For an inter­est­ed layper­son, the pri­ma­ry util­i­ty of Fifty Mil­lion Ris­ing is to com­pli­cate your view of 1.25 bil­lion peo­ple who we tend to only find char­ac­ter­ized as an alien, homo­ge­neous bloc — hos­tile or down­trod­den or unfair­ly slan­dered, but, regard­less, so poor­ly under­stood that the diver­si­ty with­in and between Mus­lim soci­eties gets flat­tened till all its human­i­ty is wrung out.

On this lev­el, Zahidi’s book is con­tin­u­al­ly shock­ing when all you’re doing in con­sum­ing West­ern media about the Mus­lim world: ter­ror­ists, war, black-garbed head-to-toe women who are vic­tims of mon­strous patri­archy.

We’re well-aware Sau­di Ara­bi­an women are pro­hib­it­ed from going out in pub­lic with­out meet­ing a dress code of mod­esty, not allowed walk unescort­ed, and, at least until lat­er this year, dri­ve at all.

Yet less well-pub­li­cized is that half of all uni­ver­si­ty-age Sau­di stu­dents get a ter­tiary edu­ca­tion, and about half of those are women.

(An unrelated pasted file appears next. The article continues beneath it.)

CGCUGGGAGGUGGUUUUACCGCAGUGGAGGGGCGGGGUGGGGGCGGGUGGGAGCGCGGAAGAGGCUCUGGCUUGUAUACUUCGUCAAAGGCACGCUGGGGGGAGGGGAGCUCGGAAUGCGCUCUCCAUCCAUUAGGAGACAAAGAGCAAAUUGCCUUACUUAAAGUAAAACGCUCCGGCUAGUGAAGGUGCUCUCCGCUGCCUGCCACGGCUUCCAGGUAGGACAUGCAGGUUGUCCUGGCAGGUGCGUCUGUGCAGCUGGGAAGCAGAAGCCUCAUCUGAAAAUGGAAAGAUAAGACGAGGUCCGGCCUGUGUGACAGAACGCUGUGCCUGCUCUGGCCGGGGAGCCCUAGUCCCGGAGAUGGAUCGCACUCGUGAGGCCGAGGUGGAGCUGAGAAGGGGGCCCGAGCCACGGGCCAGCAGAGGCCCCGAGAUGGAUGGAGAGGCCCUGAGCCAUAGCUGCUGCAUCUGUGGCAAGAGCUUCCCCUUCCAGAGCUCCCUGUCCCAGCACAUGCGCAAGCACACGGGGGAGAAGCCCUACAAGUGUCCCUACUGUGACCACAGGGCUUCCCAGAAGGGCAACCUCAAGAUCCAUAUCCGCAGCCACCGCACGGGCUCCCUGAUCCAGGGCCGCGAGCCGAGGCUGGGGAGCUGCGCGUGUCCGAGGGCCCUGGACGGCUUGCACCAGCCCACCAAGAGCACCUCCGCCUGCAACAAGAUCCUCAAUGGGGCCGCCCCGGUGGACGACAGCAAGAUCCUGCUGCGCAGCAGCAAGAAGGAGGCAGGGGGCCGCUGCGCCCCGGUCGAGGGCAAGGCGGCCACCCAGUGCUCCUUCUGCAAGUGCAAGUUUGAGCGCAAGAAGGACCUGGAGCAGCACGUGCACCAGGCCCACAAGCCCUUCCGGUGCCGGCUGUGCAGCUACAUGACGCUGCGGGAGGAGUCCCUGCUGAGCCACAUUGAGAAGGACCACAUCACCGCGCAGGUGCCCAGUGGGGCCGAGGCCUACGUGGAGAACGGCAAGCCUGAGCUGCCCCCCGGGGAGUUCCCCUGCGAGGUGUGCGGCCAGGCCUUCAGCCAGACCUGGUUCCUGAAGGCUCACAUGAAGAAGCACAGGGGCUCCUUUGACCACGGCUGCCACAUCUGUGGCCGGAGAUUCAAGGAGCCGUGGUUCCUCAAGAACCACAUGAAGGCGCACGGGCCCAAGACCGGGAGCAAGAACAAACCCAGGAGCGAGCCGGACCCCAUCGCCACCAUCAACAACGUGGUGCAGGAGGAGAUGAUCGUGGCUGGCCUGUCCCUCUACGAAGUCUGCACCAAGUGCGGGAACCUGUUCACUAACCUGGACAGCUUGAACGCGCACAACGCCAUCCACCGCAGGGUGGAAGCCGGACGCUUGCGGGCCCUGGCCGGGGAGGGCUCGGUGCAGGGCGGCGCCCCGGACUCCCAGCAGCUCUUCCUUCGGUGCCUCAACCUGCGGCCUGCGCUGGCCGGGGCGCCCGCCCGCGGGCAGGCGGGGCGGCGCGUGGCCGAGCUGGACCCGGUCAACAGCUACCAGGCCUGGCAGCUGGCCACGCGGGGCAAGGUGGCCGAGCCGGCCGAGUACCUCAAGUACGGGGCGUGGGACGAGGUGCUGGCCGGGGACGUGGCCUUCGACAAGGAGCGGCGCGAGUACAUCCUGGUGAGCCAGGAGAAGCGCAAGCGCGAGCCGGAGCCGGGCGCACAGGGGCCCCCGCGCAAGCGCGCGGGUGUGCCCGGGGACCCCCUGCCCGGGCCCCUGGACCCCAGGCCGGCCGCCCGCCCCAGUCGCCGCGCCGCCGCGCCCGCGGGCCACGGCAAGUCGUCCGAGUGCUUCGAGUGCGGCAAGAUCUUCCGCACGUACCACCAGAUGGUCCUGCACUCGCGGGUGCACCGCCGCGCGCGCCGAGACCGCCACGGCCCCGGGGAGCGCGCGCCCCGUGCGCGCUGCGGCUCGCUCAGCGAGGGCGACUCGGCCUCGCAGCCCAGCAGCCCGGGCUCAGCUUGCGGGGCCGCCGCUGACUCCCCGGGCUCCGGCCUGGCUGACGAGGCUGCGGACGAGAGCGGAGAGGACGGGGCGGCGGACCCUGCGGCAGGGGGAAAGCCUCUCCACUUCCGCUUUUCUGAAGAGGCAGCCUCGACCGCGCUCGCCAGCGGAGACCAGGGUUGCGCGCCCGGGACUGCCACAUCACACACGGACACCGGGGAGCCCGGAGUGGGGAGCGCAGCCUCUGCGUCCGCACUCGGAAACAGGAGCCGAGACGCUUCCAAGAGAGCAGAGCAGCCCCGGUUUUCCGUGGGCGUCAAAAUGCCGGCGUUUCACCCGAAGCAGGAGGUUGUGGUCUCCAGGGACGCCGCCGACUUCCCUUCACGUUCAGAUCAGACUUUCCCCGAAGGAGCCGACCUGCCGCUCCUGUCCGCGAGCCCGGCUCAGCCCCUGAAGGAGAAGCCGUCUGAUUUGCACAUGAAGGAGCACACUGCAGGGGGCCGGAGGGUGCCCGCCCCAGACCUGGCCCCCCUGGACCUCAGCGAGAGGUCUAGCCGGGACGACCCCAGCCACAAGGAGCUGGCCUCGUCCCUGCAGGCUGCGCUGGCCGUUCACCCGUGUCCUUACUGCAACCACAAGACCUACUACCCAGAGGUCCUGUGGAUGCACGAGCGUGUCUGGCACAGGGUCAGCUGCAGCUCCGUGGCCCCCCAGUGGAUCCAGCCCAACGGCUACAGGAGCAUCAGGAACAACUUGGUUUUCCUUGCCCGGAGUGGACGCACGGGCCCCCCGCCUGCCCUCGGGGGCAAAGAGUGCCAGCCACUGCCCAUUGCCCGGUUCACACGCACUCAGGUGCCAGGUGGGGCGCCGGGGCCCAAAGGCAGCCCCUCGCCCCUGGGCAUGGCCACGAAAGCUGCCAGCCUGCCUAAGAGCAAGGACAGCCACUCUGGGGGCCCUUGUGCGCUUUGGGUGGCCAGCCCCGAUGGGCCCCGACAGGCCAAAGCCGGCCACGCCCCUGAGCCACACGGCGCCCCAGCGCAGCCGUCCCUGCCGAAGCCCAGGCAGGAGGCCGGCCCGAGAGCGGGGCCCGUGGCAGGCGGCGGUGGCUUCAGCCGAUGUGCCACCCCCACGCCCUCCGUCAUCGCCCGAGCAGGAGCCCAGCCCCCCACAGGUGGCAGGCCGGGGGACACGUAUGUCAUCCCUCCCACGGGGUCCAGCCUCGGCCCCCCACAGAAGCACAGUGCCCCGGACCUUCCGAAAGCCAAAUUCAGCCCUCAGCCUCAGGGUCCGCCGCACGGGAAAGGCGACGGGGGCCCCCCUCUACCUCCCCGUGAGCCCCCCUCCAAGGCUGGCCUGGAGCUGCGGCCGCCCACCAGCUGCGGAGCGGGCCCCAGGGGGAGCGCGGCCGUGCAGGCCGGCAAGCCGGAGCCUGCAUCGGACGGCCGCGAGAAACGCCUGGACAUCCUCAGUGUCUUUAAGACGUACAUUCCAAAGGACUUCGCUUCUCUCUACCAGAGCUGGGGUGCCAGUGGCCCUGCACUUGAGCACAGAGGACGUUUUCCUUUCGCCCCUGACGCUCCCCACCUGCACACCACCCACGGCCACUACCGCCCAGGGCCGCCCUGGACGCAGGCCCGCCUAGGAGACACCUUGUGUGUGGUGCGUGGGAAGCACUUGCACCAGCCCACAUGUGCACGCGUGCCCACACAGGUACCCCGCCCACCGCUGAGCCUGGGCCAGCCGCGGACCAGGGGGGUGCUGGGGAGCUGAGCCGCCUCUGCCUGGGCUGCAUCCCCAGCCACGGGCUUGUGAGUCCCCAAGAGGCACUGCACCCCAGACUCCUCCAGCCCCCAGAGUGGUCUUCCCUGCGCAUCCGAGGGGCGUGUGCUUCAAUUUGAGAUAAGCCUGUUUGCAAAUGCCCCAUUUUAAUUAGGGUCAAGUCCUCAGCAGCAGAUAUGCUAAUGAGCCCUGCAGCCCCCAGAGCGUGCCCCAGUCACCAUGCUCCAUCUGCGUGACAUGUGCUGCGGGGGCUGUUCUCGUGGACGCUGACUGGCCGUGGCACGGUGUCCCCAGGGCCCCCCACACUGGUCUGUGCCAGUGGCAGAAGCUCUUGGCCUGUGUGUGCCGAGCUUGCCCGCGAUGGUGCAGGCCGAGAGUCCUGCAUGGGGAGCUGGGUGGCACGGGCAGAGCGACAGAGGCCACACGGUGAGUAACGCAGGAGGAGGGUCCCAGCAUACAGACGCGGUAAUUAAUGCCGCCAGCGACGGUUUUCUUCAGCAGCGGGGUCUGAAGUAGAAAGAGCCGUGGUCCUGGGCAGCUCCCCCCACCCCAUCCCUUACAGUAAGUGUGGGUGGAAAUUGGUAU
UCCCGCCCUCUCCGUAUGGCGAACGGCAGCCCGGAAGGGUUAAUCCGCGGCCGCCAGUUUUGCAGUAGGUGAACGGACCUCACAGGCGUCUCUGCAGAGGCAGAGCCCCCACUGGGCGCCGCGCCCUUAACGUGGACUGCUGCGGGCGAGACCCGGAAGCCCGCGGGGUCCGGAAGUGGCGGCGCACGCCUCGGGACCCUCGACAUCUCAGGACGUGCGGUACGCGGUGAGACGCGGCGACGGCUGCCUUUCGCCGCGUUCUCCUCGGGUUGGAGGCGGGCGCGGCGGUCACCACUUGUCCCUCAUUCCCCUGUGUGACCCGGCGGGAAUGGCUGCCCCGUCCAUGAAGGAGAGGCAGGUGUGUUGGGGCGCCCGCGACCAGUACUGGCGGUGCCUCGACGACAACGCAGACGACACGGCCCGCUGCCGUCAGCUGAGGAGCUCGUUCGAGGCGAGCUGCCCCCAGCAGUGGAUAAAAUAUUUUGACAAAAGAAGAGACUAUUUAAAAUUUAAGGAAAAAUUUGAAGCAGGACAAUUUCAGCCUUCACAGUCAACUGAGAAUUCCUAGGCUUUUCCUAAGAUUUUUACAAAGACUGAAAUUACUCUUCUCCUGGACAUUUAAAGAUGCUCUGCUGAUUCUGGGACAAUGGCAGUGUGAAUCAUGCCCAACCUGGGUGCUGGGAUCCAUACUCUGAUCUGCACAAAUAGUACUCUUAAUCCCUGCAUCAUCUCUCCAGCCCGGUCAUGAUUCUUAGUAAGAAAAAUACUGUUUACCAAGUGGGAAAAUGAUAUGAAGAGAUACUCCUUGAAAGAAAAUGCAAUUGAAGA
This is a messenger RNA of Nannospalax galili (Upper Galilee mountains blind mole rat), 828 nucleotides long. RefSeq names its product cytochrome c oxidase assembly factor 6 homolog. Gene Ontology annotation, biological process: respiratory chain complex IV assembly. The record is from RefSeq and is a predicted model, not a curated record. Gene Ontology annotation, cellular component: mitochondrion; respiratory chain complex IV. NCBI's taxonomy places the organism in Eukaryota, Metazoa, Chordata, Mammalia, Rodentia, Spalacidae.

This com­pli­cates the pic­ture we’re pas­sive­ly encour­aged to have of an Islam syn­ony­mous with bar­barism and misog­y­ny.

Zahi­di is no apol­o­gist, though; as in oth­er places in the Mus­lim world, often those uni­ver­si­ty degrees are used more to mark the women as eli­gi­ble poten­tial brides than ever trans­lat­ed into pro­duc­tive work.

But as a result, they also then have the auton­o­my to divorce their hus­band if he choos­es to take anoth­er wife — some­thing their moth­ers could­n’t have cho­sen — and to pro­vide for their chil­dren if they’re wid­owed.

More typ­i­cal­ly, women with edu­ca­tion and skills can con­tribute to the house­hold income in order to achieve the stan­dards of mid­dle-class con­sump­tion that con­tin­ue to per­vade from cul­ture, trav­el, liv­ing abroad.

William Gib­son is famous­ly attrib­uted with the quote, “The future is already here, it’s just uneven­ly dis­trib­uted.”

That’s not nec­es­sar­i­ly a thing he said and does­n’t actu­al­ly make sense, but it feels true, at least with tech­nol­o­gy. We think Lud­dites can’t turn back the clock while we under­stand social reac­tionar­ies can.

So let’s instead say the past isn’t even past.

When Zahi­di describes how Mus­lim women are emerg­ing into pub­lic spaces with the buy­ing pow­er and accom­pa­ny­ing social earth-shak­ing that entails, that first seems ret­ro­grade rather than the present. But the par­al­lels are unde­ni­able when read­ing about late nine­teenth cen­tu­ry white women in the Unit­ed King­dom and Amer­i­ca gain­ing access to the pub­lic through shop­ping for them­selves at depart­ment stores.